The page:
REVIEW: ‘Boston Strangler’ Switches Perspective But Lacks Bite

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Boston Strangler — But Why Tho

True crime dramas and thrillers are constant now, but often, they live in a detective noir space, chronicling the police trying to catch a criminal or a victim who escaped or a relative searching for truth. Few focus on the journalists covering, with only Zodiac coming to mind. From 20th Century Fox, the Hulu Original film The Boston Strangler lives in the shadow of Zodiac, trying to come out from under it but lacking the necessary bite to do so. But that doesn’t mean that the film doesn’t have a place in the larger conversation of the genre. In fact, the conversation that The Boston Strangler opens is more important than the space it takes as a true crime film.

Written and directed by Matt Ruskin, Boston Strangler is a true-crime thriller that shifts the narrative to a journalist, yes, but more importantly, the women who lived in fear of the killer and copycats along the way. Told from the perspective of the trailblazing reporters who broke the story of the notorious Boston Strangler murders of the 1960s, particularly Loretta McLaughlin (Keira Knightley), the film aims to engage in a larger conversation about who gets to solve crimes, who gets to shape the narrative around them, and ultimately, how the truth bends depending on who is reporting it.

Boston Strangler isn’t a fast-moving crime thriller. Instead, it’s slow and winding as Loretta McLaughlin, a reporter for the Record-American newspaper, becomes the first journalist to connect the Boston Strangler murders across multiple victims and possible perpetrators. As the mysterious killer claims more and more victims, Loretta attempts to continue her investigation alongside colleague and confidante Jean Cole (Carrie Coon) even as they’re iced out of reporting and the situation itself thanks to the rampant sexism of the era. Nevertheless, McLaughlin and Cole bravely pursue the story at great personal risk. But the danger isn’t just from the killers. It’s also from a system that will sacrifice them or deny them the truth even when it’s right in front of their eyes.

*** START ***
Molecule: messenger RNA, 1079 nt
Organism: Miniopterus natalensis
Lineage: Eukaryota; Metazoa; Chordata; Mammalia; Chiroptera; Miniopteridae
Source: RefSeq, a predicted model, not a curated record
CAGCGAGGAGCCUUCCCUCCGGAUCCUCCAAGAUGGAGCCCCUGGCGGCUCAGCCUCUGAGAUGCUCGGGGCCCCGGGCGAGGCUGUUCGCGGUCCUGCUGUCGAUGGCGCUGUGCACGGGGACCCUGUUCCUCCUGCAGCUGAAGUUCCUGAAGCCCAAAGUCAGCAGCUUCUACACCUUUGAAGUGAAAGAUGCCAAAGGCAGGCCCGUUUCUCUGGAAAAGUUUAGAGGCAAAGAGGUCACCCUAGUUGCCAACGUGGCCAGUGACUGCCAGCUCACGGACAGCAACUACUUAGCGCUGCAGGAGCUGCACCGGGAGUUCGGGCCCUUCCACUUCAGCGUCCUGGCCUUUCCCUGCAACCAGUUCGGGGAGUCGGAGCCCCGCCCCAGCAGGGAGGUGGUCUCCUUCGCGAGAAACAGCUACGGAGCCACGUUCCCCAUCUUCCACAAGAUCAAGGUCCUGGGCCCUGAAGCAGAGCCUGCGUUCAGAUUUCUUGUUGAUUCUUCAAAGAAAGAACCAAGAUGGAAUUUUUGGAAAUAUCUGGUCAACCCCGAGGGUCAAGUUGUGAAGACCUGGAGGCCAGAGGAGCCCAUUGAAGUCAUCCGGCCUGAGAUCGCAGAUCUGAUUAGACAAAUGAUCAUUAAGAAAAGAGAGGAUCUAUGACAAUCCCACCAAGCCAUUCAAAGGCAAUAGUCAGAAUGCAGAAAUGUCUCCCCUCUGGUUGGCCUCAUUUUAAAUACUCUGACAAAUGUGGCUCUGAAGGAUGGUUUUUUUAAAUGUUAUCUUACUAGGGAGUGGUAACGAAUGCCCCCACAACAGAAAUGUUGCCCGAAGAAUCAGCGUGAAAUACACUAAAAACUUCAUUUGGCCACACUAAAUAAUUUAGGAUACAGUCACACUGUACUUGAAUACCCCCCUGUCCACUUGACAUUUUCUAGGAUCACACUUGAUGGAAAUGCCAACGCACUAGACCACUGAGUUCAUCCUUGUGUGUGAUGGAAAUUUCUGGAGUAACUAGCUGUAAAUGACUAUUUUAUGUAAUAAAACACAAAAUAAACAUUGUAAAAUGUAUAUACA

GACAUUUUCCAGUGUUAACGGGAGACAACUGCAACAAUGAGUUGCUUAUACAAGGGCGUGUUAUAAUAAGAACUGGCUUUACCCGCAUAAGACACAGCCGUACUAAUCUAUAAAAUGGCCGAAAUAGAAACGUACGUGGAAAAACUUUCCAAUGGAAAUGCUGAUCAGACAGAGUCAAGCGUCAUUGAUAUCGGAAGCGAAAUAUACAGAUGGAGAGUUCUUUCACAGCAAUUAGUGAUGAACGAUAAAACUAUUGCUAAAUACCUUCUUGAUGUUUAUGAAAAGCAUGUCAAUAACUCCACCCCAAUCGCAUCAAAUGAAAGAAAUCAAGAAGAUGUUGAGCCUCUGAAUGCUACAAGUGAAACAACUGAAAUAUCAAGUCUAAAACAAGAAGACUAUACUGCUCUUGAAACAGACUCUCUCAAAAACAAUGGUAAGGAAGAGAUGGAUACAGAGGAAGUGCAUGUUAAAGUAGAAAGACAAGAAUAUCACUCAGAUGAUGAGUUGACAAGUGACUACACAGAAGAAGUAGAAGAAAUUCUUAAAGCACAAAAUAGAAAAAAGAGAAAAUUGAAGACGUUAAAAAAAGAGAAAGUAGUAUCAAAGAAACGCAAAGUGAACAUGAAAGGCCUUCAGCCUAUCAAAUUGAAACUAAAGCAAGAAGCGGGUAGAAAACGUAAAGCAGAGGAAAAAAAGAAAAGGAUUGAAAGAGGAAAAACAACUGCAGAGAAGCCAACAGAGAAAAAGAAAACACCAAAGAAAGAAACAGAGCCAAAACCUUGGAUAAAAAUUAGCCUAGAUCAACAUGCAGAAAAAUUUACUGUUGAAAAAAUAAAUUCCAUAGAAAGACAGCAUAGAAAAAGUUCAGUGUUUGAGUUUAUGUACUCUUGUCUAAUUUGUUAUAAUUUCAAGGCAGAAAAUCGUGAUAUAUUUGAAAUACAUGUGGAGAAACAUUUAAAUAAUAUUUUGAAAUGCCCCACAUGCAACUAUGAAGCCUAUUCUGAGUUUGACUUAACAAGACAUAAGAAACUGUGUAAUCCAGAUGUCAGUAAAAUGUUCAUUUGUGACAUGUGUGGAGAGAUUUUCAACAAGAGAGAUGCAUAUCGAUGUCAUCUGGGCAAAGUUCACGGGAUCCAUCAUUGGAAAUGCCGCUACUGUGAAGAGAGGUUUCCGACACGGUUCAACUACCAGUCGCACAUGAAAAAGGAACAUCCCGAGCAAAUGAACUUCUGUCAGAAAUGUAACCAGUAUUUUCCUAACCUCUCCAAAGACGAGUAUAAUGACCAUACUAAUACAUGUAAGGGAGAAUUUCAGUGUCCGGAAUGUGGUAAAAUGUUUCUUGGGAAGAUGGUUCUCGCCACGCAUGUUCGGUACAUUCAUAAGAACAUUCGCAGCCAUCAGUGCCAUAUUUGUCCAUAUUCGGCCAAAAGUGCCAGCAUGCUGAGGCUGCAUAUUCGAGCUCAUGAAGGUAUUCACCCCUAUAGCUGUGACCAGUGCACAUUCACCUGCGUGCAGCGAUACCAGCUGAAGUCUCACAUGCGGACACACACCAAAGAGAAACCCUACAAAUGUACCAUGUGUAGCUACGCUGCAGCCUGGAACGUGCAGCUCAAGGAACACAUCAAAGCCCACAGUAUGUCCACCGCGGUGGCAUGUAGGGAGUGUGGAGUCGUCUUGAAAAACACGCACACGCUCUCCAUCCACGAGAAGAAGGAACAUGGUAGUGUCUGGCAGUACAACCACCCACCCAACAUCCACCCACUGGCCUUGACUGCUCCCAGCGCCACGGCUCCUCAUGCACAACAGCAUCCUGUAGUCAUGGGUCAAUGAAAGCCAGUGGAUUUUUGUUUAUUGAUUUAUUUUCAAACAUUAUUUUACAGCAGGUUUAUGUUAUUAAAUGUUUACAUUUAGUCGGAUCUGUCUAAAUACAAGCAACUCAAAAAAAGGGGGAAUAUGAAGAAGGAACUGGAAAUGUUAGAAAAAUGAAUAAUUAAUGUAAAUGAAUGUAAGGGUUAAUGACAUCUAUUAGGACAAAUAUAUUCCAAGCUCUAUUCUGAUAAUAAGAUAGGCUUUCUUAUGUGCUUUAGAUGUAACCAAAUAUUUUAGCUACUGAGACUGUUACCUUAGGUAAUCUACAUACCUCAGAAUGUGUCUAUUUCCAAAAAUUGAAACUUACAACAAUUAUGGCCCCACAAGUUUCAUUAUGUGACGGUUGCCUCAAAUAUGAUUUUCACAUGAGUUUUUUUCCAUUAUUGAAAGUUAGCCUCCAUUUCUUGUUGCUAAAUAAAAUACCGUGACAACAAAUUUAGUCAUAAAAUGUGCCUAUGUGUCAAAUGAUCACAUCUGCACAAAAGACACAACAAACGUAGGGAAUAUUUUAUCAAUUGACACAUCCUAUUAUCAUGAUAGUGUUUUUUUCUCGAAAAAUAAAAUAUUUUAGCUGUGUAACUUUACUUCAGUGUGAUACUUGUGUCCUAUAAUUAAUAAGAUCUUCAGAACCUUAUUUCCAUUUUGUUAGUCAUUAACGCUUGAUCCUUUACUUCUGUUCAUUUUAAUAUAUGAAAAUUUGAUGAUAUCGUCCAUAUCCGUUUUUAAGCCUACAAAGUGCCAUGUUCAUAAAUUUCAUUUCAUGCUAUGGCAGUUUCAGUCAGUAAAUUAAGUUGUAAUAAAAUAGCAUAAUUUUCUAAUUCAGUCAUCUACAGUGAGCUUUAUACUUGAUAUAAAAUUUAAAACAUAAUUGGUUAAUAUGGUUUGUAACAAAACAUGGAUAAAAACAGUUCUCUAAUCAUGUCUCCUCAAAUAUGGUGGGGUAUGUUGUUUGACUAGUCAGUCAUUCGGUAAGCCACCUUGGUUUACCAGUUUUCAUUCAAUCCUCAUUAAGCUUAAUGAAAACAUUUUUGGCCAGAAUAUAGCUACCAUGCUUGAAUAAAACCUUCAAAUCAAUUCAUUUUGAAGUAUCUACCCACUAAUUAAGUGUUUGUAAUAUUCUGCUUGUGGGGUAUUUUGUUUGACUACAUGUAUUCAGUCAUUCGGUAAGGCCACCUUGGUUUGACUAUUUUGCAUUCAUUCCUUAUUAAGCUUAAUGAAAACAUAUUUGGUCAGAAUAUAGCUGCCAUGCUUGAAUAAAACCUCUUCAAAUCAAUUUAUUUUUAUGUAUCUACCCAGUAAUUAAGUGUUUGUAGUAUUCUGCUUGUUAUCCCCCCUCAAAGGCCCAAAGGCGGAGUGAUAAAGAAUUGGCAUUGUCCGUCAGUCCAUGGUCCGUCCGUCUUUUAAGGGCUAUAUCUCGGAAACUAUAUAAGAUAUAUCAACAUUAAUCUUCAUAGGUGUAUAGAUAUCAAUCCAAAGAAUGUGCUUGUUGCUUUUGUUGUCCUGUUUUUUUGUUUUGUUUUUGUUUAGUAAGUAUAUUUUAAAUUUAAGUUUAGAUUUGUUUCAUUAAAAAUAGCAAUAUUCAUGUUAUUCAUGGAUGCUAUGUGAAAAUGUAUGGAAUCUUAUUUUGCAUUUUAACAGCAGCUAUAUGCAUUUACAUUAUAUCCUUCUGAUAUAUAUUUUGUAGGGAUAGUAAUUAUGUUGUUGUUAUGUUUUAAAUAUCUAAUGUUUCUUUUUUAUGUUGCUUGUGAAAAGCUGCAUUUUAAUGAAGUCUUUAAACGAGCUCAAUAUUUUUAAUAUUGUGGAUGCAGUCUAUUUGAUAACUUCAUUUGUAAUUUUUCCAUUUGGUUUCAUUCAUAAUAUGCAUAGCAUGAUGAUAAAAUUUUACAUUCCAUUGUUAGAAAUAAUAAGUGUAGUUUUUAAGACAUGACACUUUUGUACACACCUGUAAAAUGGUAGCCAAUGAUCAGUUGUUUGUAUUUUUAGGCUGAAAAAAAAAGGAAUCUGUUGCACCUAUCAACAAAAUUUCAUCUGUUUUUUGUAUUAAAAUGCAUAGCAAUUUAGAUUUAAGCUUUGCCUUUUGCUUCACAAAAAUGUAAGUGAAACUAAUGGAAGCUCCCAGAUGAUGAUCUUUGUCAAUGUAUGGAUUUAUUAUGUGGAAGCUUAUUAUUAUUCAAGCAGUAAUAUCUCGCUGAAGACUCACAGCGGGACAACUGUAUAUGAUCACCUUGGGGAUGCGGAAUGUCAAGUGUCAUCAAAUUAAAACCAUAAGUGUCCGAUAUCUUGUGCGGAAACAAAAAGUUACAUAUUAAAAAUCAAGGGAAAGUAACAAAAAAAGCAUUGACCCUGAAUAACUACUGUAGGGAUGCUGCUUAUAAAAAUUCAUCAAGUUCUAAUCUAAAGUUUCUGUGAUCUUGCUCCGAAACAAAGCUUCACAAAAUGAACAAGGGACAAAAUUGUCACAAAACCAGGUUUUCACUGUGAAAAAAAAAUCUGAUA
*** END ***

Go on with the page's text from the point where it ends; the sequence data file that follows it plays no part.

The pace of Boston Strangler is slow and, at times, meandering. It tries its best to weave between expectations for different elements of those trying to solve the crime, establishing the different roles that each person plays and just how ostracized Loretta is. For her part, Kiera Knightley is fantastic as Loretta becomes increasingly engrossed in the mystery. She does her best to inject emotion in sometimes wooden dialogue and ultimately succeeds most of the time. That said, “thriller” is pushing the envelope on what to call the film as it lacks the tension and bite of others in the genre.

Ultimately though, Boston Strangler is a good addition to the true crime genre of films if only because it pushes the audience to question who the narration is coming from. Who is the storyteller? What are their motives? And overall, are they covering up their ineptitude?

All of these are questions that we should ask when we see stories of tragedy retold, especially when the victims are marginalized in some form. Boston Strangler confronts this, and while it doesn’t manage to gracefully interrogate it, the film does at least call on the audience to do so on their own. And with true crime a booming industry in the documentary and “based on a true story” space, it’s a necessary call to action, even if it’s slightly muddied.

Boston Strangler is streaming now exclusively on Hulu.

Boston Strangler
  • 6.5/10
    Rating - 6.5/10


Boston Strangler is a good addition to the true crime genre of films if only because it pushes the audience to question who the narration is coming from.

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